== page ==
Illinois Cop Shoots Unarmed Black 12-Year-Old in Bed With His Hands Up in Botched Raid, Then Blatantly Tries to Cover It Up

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A gang of SWAT officers “terrorized” innocent children when they barged into a Chicago home during a predawn raid and shot an unarmed 12-year-old sitting in bed with his hands up, an Illinois mother’s lawsuit alleges.

In a complaint filed Thursday, Crystal Worship claims nearly two dozen Country Club Hills and Richton Park SWAT officers burst into her home on  May 26 with automatic rifles and exploding flash grenades while executing a search warrant meant for her boyfriend. The pre-dawn raid ended with Worship’s son, Amir, being shot in the knee by a white police officer. 

Amir Worship
Amir Worship, 12, was shot by police during an early morning raid on his family’s home, leaving him with a shattered kneecap. (CBS 2 Chicago / video screenshot)

The young boy, who was sitting on the edge of his bed, shirtless, suffered a shattered kneecap after the bullet “entered his joint and partially exited the back of his leg on the right side,” according to the lawsuit.

“There’s a silent epidemic of trauma being perpetrated upon the children and families of color by Chicago and South Suburban police barreling into the wrong homes, handcuffing innocent adults, holding guns on children, handcuffing children, trashing their homes, refusing to show warrants and screaming dehumanizing commands,” Al Hofeld Jr., who’s representing the family, said in a statement announcing the lawsuit, The Daily Beast reported.

“Now, children are being shot in their beds,” Hofeld continued. 

The complaint names the village of Richton Park, the city of County Club Hills and several police officers as defendants.

Worship is suing for alleged negligence, battery, willful and wanton conduct among other charges, after police dressed in “army fatigues with black cloth covering their faces and wearing goggles” stormed her home around 5 a.m as she and her three sons, aged 18, 13, and 12, were sleeping. The complaint alleges that officers “battered open the two entry doors and set off between two and five flash-bang grenades” while searching for Worship’s partner.

“The children were terrified they were about to be killed,” the lawsuit states, describing how officers entered the children’s rooms and barked “commands at them” while holding assault rifles.

One officer allegedly continued pointing his gun at Amir, who was still half- dressed and in bed. The officer asked the child his name, then “pulled him up and off of his bed and told him to sit on his brother’s bed … and to put a shirt on,” according to the suit.

A second officer entered the room moments later and instructed Amir to “put his shoes on” before snatching them out of his reach as the boy tried complying with his demands. The lawsuit says the officer then asked him which pair of shoes in the room were his and examined them with his flashlight.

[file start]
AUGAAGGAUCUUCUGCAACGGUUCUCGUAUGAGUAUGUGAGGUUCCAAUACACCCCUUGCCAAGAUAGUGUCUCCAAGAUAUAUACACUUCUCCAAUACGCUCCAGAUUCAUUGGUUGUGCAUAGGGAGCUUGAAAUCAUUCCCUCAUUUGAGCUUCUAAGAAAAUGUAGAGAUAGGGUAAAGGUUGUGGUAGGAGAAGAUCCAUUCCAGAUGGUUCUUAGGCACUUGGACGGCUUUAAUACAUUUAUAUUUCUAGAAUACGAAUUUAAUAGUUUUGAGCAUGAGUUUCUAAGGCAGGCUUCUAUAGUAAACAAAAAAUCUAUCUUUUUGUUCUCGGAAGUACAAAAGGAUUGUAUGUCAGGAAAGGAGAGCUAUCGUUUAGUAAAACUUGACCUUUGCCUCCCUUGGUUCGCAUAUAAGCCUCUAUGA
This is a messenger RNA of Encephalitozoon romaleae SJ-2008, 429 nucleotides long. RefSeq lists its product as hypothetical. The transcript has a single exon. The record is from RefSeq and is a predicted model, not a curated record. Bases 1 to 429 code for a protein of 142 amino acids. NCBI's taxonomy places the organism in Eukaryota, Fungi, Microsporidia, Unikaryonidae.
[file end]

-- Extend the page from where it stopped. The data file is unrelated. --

As he was handing the shoe back to Amir and trying to tuck his flashlight back into his vest, the cop “quickly moved his right hand back to the handle and trigger of his rifle, grabbing it and firing it.”

Holfeld said Amir didn’t pose a threat, and there was no one else in the room who posed a threat, as the space had already been cleared.

“The [officer] should’ve put [his gun] in the safety position, so that it wouldn’t have discharged,” he told CBS Chicago.

After the boy was shot, the complaint claims the officer “covered his badge with black tape and covered his body camera.”

Amir screamed in pain, “Mom, they shot me,” prompting Worship to rush to the aid of her son. However, she said the officers restrained her by grabbing her by the neck. She continued pressing the cops about what had happened, and was allegedly told that they had “shot someone walking past outside” — not her son.

Amir was transported to the hospital after the shooting, which one of his brothers said he heard while being detained by an officer in another room  in the home.

The boy’s injuries required surgery and left him hospitalized for four days. His family took him back after they say he “developed complications from infection,” which included a high fever and blurred vision.

“According to an orthopedic doctor, Amir will not be able to play any sports again, will have difficulty in physical education, will walk with a limp, and will have difficulty walking and running for the rest of his life,” the lawsuit states. 

The family is now seeking $50,000 in damages.

The Country Club Hills Police Department declined to comment on the litigation.

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